Whether He comes as a child or a Judge over all, Christ Jesus comes into our hearts and our lives, and His presence changes us. As we sit or lie in the darkness of our day’s regret brought by our repentance, we often wish we were different people, wiser people, better people. But we are who we are in our coming Savior Jesus. The knowledge of what God has done for us in Christ gets us ready to receive Him in a manger, on a cross, or on a great white throne. The true beauty of the narrative doesn’t end in the fields of Bethlehem or in the manger or with the wise men. For that same child born in Bethlehem was also the One who would face the cross and the tomb for us, but He did so to bring the gift of salvation and redemption – the same gift announced by angels the night Jesus was born. That knowledge of our sure and certain salvation by faith in Jesus gives us hope, gives us peace, and gives us joy and gives us love this time of year and always. It’s not about cards and parties and gifts. It is about Jesus…it always has been.

God Himself gets us ready to be ready for the coming of Christ, and Paul gave us a laundry list of things we can do as we live in a state of readiness: be joyful or rejoice always, pray continually, give thanks in all things, allow the Holy Spirit’s fire to burn brightly inside us for all to see, hold on to the good, and avoid evil. These are more than just words from an ancient letter; this is a picture of repentant Christian living IN ACTION! Your Advent faith is a living, breathing thing; don’t “shelf it” in favour of Christmas bustle. Don’t overlook the preparation of the Advent season in favour of the more glamorous, much-hyped Christmas season in which we sing “Joy to the world, the Lord IS COME.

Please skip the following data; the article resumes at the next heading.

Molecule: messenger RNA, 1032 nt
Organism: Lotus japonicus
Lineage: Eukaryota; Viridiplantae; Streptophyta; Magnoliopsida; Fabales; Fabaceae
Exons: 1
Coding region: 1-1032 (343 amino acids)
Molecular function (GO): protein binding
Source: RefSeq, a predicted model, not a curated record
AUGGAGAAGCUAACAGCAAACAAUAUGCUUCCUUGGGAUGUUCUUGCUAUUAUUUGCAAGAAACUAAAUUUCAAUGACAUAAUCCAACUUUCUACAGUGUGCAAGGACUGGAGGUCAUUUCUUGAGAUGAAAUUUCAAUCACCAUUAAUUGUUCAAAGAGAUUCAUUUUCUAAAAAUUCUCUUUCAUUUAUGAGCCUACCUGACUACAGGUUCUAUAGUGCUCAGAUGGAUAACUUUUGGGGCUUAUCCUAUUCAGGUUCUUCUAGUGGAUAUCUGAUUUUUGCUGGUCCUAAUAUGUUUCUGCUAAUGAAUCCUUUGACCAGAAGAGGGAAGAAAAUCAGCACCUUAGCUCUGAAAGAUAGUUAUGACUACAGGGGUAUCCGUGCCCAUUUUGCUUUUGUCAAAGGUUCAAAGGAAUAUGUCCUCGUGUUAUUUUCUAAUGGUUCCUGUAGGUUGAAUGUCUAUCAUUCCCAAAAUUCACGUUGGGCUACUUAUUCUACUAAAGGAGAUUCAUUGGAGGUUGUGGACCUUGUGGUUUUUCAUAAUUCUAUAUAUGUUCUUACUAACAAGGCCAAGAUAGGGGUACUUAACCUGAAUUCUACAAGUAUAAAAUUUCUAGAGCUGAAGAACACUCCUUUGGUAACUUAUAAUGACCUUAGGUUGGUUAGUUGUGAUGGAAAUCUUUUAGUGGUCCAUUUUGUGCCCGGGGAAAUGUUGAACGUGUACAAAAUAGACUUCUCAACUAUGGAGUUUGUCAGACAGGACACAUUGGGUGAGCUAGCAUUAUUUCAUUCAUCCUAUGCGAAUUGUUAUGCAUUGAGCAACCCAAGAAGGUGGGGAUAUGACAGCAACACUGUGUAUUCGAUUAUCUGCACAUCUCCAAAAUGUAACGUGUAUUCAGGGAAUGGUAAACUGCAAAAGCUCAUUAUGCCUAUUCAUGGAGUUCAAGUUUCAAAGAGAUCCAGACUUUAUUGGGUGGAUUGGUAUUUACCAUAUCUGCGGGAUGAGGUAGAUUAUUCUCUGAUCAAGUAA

With that being said, Merry Christmas everyo…I mean, Merry Advent everyone.

Amen.

 

2nd Sunday in Advent

2nd Sunday in Advent

December 10, 2017

Mark 1:1-8

“A Weird Beginning; A Strong Ending”

Grace to you and peace from God our Father and our Lord Jesus Christ. The text that engages us this is today’s Gospel Lesson which are the opening verses from St. Mark’s Gospel as just previously read.